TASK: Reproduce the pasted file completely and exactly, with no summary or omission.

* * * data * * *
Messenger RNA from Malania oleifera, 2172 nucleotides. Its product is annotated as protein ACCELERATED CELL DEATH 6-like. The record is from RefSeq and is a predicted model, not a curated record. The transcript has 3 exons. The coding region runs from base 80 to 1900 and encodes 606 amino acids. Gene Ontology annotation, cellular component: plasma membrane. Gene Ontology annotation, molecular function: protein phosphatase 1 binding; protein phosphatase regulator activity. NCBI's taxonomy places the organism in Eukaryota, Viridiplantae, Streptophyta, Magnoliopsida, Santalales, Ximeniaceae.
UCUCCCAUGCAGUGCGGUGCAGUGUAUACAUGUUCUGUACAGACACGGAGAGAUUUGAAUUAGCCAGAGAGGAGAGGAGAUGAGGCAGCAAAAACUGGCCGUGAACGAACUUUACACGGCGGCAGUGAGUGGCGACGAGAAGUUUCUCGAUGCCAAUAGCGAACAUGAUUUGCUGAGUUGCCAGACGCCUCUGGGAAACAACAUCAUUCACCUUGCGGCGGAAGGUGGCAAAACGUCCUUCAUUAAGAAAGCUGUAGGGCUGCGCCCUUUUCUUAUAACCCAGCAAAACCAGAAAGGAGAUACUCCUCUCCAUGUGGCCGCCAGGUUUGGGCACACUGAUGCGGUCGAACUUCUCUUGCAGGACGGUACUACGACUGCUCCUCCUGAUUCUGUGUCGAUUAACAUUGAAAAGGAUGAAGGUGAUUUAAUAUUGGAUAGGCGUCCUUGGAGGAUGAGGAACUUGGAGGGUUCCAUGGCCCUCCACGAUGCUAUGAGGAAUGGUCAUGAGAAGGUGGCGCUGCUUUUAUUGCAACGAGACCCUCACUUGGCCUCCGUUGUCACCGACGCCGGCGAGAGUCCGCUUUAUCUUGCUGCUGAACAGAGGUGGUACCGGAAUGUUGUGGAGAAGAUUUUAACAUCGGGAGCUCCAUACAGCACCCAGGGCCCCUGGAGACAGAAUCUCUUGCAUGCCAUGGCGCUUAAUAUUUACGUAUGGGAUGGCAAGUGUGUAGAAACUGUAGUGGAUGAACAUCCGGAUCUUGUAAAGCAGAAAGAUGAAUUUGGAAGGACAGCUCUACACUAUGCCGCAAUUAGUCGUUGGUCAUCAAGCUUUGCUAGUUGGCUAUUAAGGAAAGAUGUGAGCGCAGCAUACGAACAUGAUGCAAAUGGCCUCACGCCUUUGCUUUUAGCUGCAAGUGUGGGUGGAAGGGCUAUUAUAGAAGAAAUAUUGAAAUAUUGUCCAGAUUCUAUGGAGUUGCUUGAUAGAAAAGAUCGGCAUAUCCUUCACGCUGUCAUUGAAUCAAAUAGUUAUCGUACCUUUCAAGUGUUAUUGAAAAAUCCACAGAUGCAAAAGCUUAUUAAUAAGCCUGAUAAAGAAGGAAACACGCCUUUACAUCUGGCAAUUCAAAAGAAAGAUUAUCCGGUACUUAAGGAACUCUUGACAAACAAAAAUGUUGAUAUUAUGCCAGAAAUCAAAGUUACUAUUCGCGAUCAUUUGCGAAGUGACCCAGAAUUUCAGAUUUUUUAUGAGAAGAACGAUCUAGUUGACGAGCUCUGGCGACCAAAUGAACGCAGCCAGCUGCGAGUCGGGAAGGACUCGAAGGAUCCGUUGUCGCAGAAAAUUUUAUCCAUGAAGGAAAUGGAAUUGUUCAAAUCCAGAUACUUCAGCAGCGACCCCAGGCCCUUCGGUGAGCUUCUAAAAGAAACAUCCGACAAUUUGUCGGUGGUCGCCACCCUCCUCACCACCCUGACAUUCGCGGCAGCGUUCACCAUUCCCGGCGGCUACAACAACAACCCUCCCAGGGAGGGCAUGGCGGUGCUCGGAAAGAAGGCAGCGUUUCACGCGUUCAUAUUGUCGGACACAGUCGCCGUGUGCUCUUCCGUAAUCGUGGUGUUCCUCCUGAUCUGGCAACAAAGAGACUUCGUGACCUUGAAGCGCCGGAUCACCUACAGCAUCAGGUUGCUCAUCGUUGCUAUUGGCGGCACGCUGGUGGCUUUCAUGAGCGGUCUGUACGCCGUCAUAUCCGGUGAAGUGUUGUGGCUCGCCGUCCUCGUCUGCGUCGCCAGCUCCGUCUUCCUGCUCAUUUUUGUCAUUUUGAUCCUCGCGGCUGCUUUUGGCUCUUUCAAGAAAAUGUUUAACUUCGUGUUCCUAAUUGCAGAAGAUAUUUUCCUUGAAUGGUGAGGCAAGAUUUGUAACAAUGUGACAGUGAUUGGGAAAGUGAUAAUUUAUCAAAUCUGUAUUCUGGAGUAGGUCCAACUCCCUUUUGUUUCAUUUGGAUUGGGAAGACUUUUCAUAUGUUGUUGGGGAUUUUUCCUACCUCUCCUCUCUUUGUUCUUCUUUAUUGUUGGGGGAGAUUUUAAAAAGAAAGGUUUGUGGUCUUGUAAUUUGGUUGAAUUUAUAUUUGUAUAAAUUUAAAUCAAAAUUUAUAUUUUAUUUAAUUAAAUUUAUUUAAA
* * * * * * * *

Messenger RNA from Malania oleifera, 2172 nucleotides. Its product is annotated as protein ACCELERATED CELL DEATH 6-like. The record is from RefSeq and is a predicted model, not a curated record. The transcript has 3 exons. The coding region runs from base 80 to 1900 and encodes 606 amino acids. Gene Ontology annotation, cellular component: plasma membrane. Gene Ontology annotation, molecular function: protein phosphatase 1 binding; protein phosphatase regulator activity. NCBI's taxonomy places the organism in Eukaryota, Viridiplantae, Streptophyta, Magnoliopsida, Santalales, Ximeniaceae.
UCUCCCAUGCAGUGCGGUGCAGUGUAUACAUGUUCUGUACAGACACGGAGAGAUUUGAAUUAGCCAGAGAGGAGAGGAGAUGAGGCAGCAAAAACUGGCCGUGAACGAACUUUACACGGCGGCAGUGAGUGGCGACGAGAAGUUUCUCGAUGCCAAUAGCGAACAUGAUUUGCUGAGUUGCCAGACGCCUCUGGGAAACAACAUCAUUCACCUUGCGGCGGAAGGUGGCAAAACGUCCUUCAUUAAGAAAGCUGUAGGGCUGCGCCCUUUUCUUAUAACCCAGCAAAACCAGAAAGGAGAUACUCCUCUCCAUGUGGCCGCCAGGUUUGGGCACACUGAUGCGGUCGAACUUCUCUUGCAGGACGGUACUACGACUGCUCCUCCUGAUUCUGUGUCGAUUAACAUUGAAAAGGAUGAAGGUGAUUUAAUAUUGGAUAGGCGUCCUUGGAGGAUGAGGAACUUGGAGGGUUCCAUGGCCCUCCACGAUGCUAUGAGGAAUGGUCAUGAGAAGGUGGCGCUGCUUUUAUUGCAACGAGACCCUCACUUGGCCUCCGUUGUCACCGACGCCGGCGAGAGUCCGCUUUAUCUUGCUGCUGAACAGAGGUGGUACCGGAAUGUUGUGGAGAAGAUUUUAACAUCGGGAGCUCCAUACAGCACCCAGGGCCCCUGGAGACAGAAUCUCUUGCAUGCCAUGGCGCUUAAUAUUUACGUAUGGGAUGGCAAGUGUGUAGAAACUGUAGUGGAUGAACAUCCGGAUCUUGUAAAGCAGAAAGAUGAAUUUGGAAGGACAGCUCUACACUAUGCCGCAAUUAGUCGUUGGUCAUCAAGCUUUGCUAGUUGGCUAUUAAGGAAAGAUGUGAGCGCAGCAUACGAACAUGAUGCAAAUGGCCUCACGCCUUUGCUUUUAGCUGCAAGUGUGGGUGGAAGGGCUAUUAUAGAAGAAAUAUUGAAAUAUUGUCCAGAUUCUAUGGAGUUGCUUGAUAGAAAAGAUCGGCAUAUCCUUCACGCUGUCAUUGAAUCAAAUAGUUAUCGUACCUUUCAAGUGUUAUUGAAAAAUCCACAGAUGCAAAAGCUUAUUAAUAAGCCUGAUAAAGAAGGAAACACGCCUUUACAUCUGGCAAUUCAAAAGAAAGAUUAUCCGGUACUUAAGGAACUCUUGACAAACAAAAAUGUUGAUAUUAUGCCAGAAAUCAAAGUUACUAUUCGCGAUCAUUUGCGAAGUGACCCAGAAUUUCAGAUUUUUUAUGAGAAGAACGAUCUAGUUGACGAGCUCUGGCGACCAAAUGAACGCAGCCAGCUGCGAGUCGGGAAGGACUCGAAGGAUCCGUUGUCGCAGAAAAUUUUAUCCAUGAAGGAAAUGGAAUUGUUCAAAUCCAGAUACUUCAGCAGCGACCCCAGGCCCUUCGGUGAGCUUCUAAAAGAAACAUCCGACAAUUUGUCGGUGGUCGCCACCCUCCUCACCACCCUGACAUUCGCGGCAGCGUUCACCAUUCCCGGCGGCUACAACAACAACCCUCCCAGGGAGGGCAUGGCGGUGCUCGGAAAGAAGGCAGCGUUUCACGCGUUCAUAUUGUCGGACACAGUCGCCGUGUGCUCUUCCGUAAUCGUGGUGUUCCUCCUGAUCUGGCAACAAAGAGACUUCGUGACCUUGAAGCGCCGGAUCACCUACAGCAUCAGGUUGCUCAUCGUUGCUAUUGGCGGCACGCUGGUGGCUUUCAUGAGCGGUCUGUACGCCGUCAUAUCCGGUGAAGUGUUGUGGCUCGCCGUCCUCGUCUGCGUCGCCAGCUCCGUCUUCCUGCUCAUUUUUGUCAUUUUGAUCCUCGCGGCUGCUUUUGGCUCUUUCAAGAAAAUGUUUAACUUCGUGUUCCUAAUUGCAGAAGAUAUUUUCCUUGAAUGGUGAGGCAAGAUUUGUAACAAUGUGACAGUGAUUGGGAAAGUGAUAAUUUAUCAAAUCUGUAUUCUGGAGUAGGUCCAACUCCCUUUUGUUUCAUUUGGAUUGGGAAGACUUUUCAUAUGUUGUUGGGGAUUUUUCCUACCUCUCCUCUCUUUGUUCUUCUUUAUUGUUGGGGGAGAUUUUAAAAAGAAAGGUUUGUGGUCUUGUAAUUUGGUUGAAUUUAUAUUUGUAUAAAUUUAAAUCAAAAUUUAUAUUUUAUUUAAUUAAAUUUAUUUAAA